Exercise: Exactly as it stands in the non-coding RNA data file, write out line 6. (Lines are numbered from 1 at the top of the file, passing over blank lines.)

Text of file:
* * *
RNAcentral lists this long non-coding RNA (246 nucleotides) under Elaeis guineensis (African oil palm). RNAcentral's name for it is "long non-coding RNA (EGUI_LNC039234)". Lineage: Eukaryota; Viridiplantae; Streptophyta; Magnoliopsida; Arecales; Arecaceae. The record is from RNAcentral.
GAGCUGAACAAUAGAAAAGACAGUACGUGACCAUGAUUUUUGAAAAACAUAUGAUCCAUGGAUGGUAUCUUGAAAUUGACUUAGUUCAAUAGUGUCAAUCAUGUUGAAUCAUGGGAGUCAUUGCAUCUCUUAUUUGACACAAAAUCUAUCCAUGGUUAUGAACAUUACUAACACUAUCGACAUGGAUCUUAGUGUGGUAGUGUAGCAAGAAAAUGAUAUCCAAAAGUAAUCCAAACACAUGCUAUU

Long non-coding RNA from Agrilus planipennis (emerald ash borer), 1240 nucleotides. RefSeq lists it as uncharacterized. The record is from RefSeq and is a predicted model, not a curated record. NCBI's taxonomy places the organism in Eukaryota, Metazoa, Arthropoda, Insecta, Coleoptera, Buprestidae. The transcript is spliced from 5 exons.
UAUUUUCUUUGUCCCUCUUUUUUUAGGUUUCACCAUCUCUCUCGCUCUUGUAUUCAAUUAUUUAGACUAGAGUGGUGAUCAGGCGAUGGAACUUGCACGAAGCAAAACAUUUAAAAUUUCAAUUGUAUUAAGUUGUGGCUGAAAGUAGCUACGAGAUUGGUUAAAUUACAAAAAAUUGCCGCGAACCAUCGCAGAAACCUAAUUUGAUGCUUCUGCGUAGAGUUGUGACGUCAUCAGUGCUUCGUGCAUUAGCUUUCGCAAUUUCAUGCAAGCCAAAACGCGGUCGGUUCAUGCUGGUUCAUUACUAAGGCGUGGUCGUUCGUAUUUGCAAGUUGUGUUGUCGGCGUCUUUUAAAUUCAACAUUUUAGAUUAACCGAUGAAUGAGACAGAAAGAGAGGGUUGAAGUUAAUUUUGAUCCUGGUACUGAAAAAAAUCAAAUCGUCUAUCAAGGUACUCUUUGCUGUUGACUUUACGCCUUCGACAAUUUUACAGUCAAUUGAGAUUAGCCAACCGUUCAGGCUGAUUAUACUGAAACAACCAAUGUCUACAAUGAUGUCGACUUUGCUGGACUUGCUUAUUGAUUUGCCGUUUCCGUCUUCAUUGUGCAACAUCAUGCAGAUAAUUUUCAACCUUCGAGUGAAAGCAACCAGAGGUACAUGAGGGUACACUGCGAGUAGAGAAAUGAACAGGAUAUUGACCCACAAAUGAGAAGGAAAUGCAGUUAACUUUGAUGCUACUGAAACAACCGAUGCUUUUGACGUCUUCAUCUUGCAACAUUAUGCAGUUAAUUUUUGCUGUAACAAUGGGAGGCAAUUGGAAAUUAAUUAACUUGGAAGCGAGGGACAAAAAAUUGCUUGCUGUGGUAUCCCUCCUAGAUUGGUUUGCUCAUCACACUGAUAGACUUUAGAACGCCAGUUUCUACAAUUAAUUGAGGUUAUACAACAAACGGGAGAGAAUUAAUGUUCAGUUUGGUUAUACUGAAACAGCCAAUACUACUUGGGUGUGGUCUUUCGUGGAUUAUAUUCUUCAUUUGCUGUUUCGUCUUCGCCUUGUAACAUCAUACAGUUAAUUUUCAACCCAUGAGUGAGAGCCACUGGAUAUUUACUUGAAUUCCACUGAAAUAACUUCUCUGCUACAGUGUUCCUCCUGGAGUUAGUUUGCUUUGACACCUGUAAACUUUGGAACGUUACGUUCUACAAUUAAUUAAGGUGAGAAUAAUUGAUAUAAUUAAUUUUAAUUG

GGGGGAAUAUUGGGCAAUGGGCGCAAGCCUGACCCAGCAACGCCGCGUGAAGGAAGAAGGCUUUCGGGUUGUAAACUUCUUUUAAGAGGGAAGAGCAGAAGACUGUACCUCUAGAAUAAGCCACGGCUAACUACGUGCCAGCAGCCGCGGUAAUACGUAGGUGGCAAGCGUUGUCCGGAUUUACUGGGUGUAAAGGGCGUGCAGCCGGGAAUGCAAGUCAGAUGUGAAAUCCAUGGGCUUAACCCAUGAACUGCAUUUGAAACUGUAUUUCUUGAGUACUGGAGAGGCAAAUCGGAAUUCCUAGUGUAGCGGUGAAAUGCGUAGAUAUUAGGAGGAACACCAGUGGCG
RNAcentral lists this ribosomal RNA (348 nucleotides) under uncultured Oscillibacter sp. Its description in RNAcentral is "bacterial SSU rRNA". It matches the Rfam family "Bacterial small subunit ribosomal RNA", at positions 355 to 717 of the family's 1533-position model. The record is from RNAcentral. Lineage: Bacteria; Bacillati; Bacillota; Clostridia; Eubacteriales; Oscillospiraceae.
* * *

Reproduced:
RNAcentral lists this ribosomal RNA (348 nucleotides) under uncultured Oscillibacter sp. Its description in RNAcentral is "bacterial SSU rRNA". It matches the Rfam family "Bacterial small subunit ribosomal RNA", at positions 355 to 717 of the family's 1533-position model. The record is from RNAcentral. Lineage: Bacteria; Bacillati; Bacillota; Clostridia; Eubacteriales; Oscillospiraceae.